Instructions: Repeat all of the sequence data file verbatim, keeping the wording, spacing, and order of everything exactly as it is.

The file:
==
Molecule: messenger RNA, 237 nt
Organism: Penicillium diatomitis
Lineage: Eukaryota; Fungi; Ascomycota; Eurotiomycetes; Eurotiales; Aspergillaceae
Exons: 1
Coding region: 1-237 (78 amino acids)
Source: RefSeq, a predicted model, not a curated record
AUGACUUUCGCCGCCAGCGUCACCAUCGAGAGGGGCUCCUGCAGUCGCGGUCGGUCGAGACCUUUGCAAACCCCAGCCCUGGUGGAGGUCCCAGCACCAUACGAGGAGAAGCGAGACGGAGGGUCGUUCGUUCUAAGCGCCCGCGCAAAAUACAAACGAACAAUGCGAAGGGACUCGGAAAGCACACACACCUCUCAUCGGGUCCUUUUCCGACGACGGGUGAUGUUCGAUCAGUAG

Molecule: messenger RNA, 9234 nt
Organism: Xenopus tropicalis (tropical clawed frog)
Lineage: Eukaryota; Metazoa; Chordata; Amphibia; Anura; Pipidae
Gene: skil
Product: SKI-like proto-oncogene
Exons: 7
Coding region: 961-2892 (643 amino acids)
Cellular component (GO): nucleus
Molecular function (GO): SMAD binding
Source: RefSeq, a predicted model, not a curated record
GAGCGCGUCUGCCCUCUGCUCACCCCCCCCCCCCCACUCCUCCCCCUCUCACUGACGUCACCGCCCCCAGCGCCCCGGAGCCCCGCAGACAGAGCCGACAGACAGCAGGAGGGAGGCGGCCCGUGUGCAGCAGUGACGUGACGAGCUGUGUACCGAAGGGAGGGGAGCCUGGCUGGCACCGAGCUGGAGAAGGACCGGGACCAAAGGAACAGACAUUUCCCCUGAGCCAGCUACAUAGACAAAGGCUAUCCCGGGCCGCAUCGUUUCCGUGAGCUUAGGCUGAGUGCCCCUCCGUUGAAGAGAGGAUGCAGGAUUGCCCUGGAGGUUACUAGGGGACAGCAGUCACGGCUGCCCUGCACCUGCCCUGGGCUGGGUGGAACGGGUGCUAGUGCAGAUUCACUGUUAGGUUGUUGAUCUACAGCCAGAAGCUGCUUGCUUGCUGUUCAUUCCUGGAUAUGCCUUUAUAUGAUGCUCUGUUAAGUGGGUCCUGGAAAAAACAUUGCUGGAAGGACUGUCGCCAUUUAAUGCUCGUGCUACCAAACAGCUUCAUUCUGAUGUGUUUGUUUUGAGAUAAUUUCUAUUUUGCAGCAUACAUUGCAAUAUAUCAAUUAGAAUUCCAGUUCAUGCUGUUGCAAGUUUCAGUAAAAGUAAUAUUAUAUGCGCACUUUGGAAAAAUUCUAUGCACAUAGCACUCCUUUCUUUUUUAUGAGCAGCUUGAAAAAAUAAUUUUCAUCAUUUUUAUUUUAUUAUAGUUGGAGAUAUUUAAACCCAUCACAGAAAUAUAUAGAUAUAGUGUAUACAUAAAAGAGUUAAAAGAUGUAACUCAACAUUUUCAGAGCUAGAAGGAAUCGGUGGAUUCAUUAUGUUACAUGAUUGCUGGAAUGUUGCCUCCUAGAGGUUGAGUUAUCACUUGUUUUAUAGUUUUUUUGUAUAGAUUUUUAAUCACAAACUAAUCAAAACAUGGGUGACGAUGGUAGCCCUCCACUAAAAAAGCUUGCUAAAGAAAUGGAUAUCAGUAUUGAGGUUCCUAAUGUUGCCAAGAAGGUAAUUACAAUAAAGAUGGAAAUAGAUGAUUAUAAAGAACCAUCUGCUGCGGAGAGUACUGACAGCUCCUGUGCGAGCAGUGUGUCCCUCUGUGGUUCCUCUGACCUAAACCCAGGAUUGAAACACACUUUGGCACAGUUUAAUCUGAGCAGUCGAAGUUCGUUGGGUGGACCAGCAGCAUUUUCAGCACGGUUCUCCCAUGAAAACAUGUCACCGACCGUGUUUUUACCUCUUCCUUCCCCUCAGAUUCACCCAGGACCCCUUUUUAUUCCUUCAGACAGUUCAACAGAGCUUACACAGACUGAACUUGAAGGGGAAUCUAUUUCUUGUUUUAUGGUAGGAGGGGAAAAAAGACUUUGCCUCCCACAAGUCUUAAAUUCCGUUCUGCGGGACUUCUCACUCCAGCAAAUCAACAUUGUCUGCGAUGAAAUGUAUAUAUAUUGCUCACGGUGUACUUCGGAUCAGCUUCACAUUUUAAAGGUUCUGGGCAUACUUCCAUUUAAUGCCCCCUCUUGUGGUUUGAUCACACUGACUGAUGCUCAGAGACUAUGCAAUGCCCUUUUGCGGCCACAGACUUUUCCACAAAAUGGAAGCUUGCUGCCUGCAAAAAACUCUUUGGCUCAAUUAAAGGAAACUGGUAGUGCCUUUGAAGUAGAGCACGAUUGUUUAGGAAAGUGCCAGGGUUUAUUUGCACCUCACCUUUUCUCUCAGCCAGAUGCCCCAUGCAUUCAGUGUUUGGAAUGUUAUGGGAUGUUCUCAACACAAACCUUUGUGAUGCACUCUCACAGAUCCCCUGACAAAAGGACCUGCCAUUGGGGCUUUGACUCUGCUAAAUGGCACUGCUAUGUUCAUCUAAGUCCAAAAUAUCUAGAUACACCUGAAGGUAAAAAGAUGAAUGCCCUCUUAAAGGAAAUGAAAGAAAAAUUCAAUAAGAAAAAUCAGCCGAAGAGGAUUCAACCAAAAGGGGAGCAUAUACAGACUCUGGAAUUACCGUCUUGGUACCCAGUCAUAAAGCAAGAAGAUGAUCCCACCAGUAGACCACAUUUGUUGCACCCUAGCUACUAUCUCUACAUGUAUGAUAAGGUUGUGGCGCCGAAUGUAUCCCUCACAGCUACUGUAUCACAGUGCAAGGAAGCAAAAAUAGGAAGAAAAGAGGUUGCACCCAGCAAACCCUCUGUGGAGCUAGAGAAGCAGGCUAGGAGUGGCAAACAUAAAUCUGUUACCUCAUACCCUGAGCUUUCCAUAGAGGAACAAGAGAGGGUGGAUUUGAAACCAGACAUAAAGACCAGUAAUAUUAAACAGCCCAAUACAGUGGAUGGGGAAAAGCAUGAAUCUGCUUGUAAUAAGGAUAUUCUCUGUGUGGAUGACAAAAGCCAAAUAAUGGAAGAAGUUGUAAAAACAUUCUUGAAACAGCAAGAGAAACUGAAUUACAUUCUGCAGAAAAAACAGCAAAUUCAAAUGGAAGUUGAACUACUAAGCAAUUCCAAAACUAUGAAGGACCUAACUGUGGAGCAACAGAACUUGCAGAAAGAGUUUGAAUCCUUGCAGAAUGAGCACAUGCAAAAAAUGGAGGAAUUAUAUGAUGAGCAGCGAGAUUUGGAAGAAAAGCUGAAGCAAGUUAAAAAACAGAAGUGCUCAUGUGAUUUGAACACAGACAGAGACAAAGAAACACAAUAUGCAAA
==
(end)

Molecule: messenger RNA, 237 nt
Organism: Penicillium diatomitis
Lineage: Eukaryota; Fungi; Ascomycota; Eurotiomycetes; Eurotiales; Aspergillaceae
Exons: 1
Coding region: 1-237 (78 amino acids)
Source: RefSeq, a predicted model, not a curated record
AUGACUUUCGCCGCCAGCGUCACCAUCGAGAGGGGCUCCUGCAGUCGCGGUCGGUCGAGACCUUUGCAAACCCCAGCCCUGGUGGAGGUCCCAGCACCAUACGAGGAGAAGCGAGACGGAGGGUCGUUCGUUCUAAGCGCCCGCGCAAAAUACAAACGAACAAUGCGAAGGGACUCGGAAAGCACACACACCUCUCAUCGGGUCCUUUUCCGACGACGGGUGAUGUUCGAUCAGUAG

Molecule: messenger RNA, 9234 nt
Organism: Xenopus tropicalis (tropical clawed frog)
Lineage: Eukaryota; Metazoa; Chordata; Amphibia; Anura; Pipidae
Gene: skil
Product: SKI-like proto-oncogene
Exons: 7
Coding region: 961-2892 (643 amino acids)
Cellular component (GO): nucleus
Molecular function (GO): SMAD binding
Source: RefSeq, a predicted model, not a curated record
GAGCGCGUCUGCCCUCUGCUCACCCCCCCCCCCCCACUCCUCCCCCUCUCACUGACGUCACCGCCCCCAGCGCCCCGGAGCCCCGCAGACAGAGCCGACAGACAGCAGGAGGGAGGCGGCCCGUGUGCAGCAGUGACGUGACGAGCUGUGUACCGAAGGGAGGGGAGCCUGGCUGGCACCGAGCUGGAGAAGGACCGGGACCAAAGGAACAGACAUUUCCCCUGAGCCAGCUACAUAGACAAAGGCUAUCCCGGGCCGCAUCGUUUCCGUGAGCUUAGGCUGAGUGCCCCUCCGUUGAAGAGAGGAUGCAGGAUUGCCCUGGAGGUUACUAGGGGACAGCAGUCACGGCUGCCCUGCACCUGCCCUGGGCUGGGUGGAACGGGUGCUAGUGCAGAUUCACUGUUAGGUUGUUGAUCUACAGCCAGAAGCUGCUUGCUUGCUGUUCAUUCCUGGAUAUGCCUUUAUAUGAUGCUCUGUUAAGUGGGUCCUGGAAAAAACAUUGCUGGAAGGACUGUCGCCAUUUAAUGCUCGUGCUACCAAACAGCUUCAUUCUGAUGUGUUUGUUUUGAGAUAAUUUCUAUUUUGCAGCAUACAUUGCAAUAUAUCAAUUAGAAUUCCAGUUCAUGCUGUUGCAAGUUUCAGUAAAAGUAAUAUUAUAUGCGCACUUUGGAAAAAUUCUAUGCACAUAGCACUCCUUUCUUUUUUAUGAGCAGCUUGAAAAAAUAAUUUUCAUCAUUUUUAUUUUAUUAUAGUUGGAGAUAUUUAAACCCAUCACAGAAAUAUAUAGAUAUAGUGUAUACAUAAAAGAGUUAAAAGAUGUAACUCAACAUUUUCAGAGCUAGAAGGAAUCGGUGGAUUCAUUAUGUUACAUGAUUGCUGGAAUGUUGCCUCCUAGAGGUUGAGUUAUCACUUGUUUUAUAGUUUUUUUGUAUAGAUUUUUAAUCACAAACUAAUCAAAACAUGGGUGACGAUGGUAGCCCUCCACUAAAAAAGCUUGCUAAAGAAAUGGAUAUCAGUAUUGAGGUUCCUAAUGUUGCCAAGAAGGUAAUUACAAUAAAGAUGGAAAUAGAUGAUUAUAAAGAACCAUCUGCUGCGGAGAGUACUGACAGCUCCUGUGCGAGCAGUGUGUCCCUCUGUGGUUCCUCUGACCUAAACCCAGGAUUGAAACACACUUUGGCACAGUUUAAUCUGAGCAGUCGAAGUUCGUUGGGUGGACCAGCAGCAUUUUCAGCACGGUUCUCCCAUGAAAACAUGUCACCGACCGUGUUUUUACCUCUUCCUUCCCCUCAGAUUCACCCAGGACCCCUUUUUAUUCCUUCAGACAGUUCAACAGAGCUUACACAGACUGAACUUGAAGGGGAAUCUAUUUCUUGUUUUAUGGUAGGAGGGGAAAAAAGACUUUGCCUCCCACAAGUCUUAAAUUCCGUUCUGCGGGACUUCUCACUCCAGCAAAUCAACAUUGUCUGCGAUGAAAUGUAUAUAUAUUGCUCACGGUGUACUUCGGAUCAGCUUCACAUUUUAAAGGUUCUGGGCAUACUUCCAUUUAAUGCCCCCUCUUGUGGUUUGAUCACACUGACUGAUGCUCAGAGACUAUGCAAUGCCCUUUUGCGGCCACAGACUUUUCCACAAAAUGGAAGCUUGCUGCCUGCAAAAAACUCUUUGGCUCAAUUAAAGGAAACUGGUAGUGCCUUUGAAGUAGAGCACGAUUGUUUAGGAAAGUGCCAGGGUUUAUUUGCACCUCACCUUUUCUCUCAGCCAGAUGCCCCAUGCAUUCAGUGUUUGGAAUGUUAUGGGAUGUUCUCAACACAAACCUUUGUGAUGCACUCUCACAGAUCCCCUGACAAAAGGACCUGCCAUUGGGGCUUUGACUCUGCUAAAUGGCACUGCUAUGUUCAUCUAAGUCCAAAAUAUCUAGAUACACCUGAAGGUAAAAAGAUGAAUGCCCUCUUAAAGGAAAUGAAAGAAAAAUUCAAUAAGAAAAAUCAGCCGAAGAGGAUUCAACCAAAAGGGGAGCAUAUACAGACUCUGGAAUUACCGUCUUGGUACCCAGUCAUAAAGCAAGAAGAUGAUCCCACCAGUAGACCACAUUUGUUGCACCCUAGCUACUAUCUCUACAUGUAUGAUAAGGUUGUGGCGCCGAAUGUAUCCCUCACAGCUACUGUAUCACAGUGCAAGGAAGCAAAAAUAGGAAGAAAAGAGGUUGCACCCAGCAAACCCUCUGUGGAGCUAGAGAAGCAGGCUAGGAGUGGCAAACAUAAAUCUGUUACCUCAUACCCUGAGCUUUCCAUAGAGGAACAAGAGAGGGUGGAUUUGAAACCAGACAUAAAGACCAGUAAUAUUAAACAGCCCAAUACAGUGGAUGGGGAAAAGCAUGAAUCUGCUUGUAAUAAGGAUAUUCUCUGUGUGGAUGACAAAAGCCAAAUAAUGGAAGAAGUUGUAAAAACAUUCUUGAAACAGCAAGAGAAACUGAAUUACAUUCUGCAGAAAAAACAGCAAAUUCAAAUGGAAGUUGAACUACUAAGCAAUUCCAAAACUAUGAAGGACCUAACUGUGGAGCAACAGAACUUGCAGAAAGAGUUUGAAUCCUUGCAGAAUGAGCACAUGCAAAAAAUGGAGGAAUUAUAUGAUGAGCAGCGAGAUUUGGAAGAAAAGCUGAAGCAAGUUAAAAAACAGAAGUGCUCAUGUGAUUUGAACACAGACAGAGACAAAGAAACACAAUAUGCAAA